New reversal by Twitter after move prompted MTA withdrawal

In a sea change, Twitter says it has restored free access to a key tool to verified government and “publicly owned” services so they can tweet weather, traffic and other alerts after the transit agency New York City said earlier this week that it would no longer do so. use the platform for your service notices.

The Metropolitan Transportation Authority is among countless official and unofficial accounts that abruptly lost access to Twitter’s API, or application programming interface, to send automatic alerts about service changes and emergencies last week. On Thursday afternoon, senior executives agreed to stop posting service alerts on the platform altogether.

The decision put the nation’s largest transportation network among a growing number of accounts, from National Public Radio to Elton John, that have reduced their presence on Twitter or abandoned the platform since Elon Musk acquired it.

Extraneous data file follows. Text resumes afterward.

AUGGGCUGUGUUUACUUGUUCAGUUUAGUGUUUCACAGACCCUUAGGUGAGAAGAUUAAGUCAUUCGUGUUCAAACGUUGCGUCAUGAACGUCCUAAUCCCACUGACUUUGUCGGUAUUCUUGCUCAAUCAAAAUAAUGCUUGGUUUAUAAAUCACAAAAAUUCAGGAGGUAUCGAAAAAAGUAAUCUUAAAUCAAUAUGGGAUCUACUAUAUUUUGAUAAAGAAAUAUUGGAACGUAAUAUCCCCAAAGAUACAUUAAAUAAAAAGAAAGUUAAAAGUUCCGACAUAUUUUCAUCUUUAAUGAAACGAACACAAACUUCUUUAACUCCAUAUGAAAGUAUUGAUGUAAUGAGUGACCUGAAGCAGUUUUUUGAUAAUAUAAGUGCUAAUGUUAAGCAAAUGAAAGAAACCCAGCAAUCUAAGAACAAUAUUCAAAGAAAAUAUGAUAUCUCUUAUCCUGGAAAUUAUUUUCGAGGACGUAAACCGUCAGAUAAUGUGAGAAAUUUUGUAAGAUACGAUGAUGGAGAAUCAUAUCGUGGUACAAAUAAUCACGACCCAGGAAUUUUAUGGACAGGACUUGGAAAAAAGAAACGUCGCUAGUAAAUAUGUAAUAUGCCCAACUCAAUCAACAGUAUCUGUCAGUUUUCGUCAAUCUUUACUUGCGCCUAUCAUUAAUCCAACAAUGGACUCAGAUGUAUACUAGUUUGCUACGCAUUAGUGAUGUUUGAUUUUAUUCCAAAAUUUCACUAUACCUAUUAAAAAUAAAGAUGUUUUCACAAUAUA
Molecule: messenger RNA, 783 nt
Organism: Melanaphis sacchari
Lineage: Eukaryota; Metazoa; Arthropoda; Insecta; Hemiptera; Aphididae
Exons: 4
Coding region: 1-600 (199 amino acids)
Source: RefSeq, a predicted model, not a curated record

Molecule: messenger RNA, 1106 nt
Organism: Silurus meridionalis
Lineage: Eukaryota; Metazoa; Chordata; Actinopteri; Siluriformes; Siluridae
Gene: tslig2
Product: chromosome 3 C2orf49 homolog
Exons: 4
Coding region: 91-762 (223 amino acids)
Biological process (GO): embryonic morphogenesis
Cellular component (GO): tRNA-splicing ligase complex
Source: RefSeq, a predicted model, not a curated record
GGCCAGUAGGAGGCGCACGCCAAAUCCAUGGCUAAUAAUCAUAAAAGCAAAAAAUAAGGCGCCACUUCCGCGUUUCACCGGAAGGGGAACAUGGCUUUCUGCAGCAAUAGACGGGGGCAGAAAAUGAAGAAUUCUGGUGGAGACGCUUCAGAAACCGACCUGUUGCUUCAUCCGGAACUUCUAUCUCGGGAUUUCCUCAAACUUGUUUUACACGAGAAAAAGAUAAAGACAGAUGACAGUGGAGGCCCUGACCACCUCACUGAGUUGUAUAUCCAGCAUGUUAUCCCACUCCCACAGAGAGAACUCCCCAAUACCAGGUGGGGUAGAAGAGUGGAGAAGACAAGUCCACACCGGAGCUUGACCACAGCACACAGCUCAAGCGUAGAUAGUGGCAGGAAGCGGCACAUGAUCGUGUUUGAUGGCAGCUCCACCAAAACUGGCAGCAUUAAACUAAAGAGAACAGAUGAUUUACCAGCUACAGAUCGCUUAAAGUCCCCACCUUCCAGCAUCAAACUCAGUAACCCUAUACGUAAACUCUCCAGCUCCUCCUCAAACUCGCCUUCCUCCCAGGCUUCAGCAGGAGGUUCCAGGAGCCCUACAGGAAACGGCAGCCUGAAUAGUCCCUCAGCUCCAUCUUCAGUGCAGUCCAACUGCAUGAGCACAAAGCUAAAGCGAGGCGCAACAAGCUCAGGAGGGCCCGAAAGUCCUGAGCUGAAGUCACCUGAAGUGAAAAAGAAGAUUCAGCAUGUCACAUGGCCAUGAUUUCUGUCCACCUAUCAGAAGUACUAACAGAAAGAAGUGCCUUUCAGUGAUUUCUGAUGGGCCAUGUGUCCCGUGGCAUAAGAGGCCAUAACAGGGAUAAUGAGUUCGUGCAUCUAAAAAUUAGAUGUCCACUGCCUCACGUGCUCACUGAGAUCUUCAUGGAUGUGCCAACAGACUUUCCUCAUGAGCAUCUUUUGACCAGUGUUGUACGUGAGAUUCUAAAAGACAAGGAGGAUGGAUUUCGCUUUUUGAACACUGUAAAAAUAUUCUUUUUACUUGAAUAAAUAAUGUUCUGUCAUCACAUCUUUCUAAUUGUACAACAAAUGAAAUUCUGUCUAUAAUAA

Twitter had signaled that the days of private accounts spreading vast amounts of information for free may be coming to an end. Last month, the company announced a new pricing system that it would charge for access to its API, which is used by accounts that post frequent alerts, such as weather and traffic agencies.

MTA officials estimated the cost could be as high as $50,000 per month. For a transit agency facing a multibillion-dollar shortfall, paying so much raised concerns.

So last Thursday, the MTA told its million followers on Twitter that it will no longer use the platform for service alerts and information.

On Tuesday, Twitter backtracked, announcing that “publicly owned or verified government services that tweet weather alerts, transportation updates, and emergency notifications can use the API, for these critical purposes, free of charge.”

In recent days, MTA officials have been in contact with Twitter’s development team, though the agency hasn’t said whether it will repost service alerts on Twitter in light of the change.

An MTA representative did not immediately respond to a message for comment.


Associated Press writer Jake Offenhartz contributed to this report from New York.

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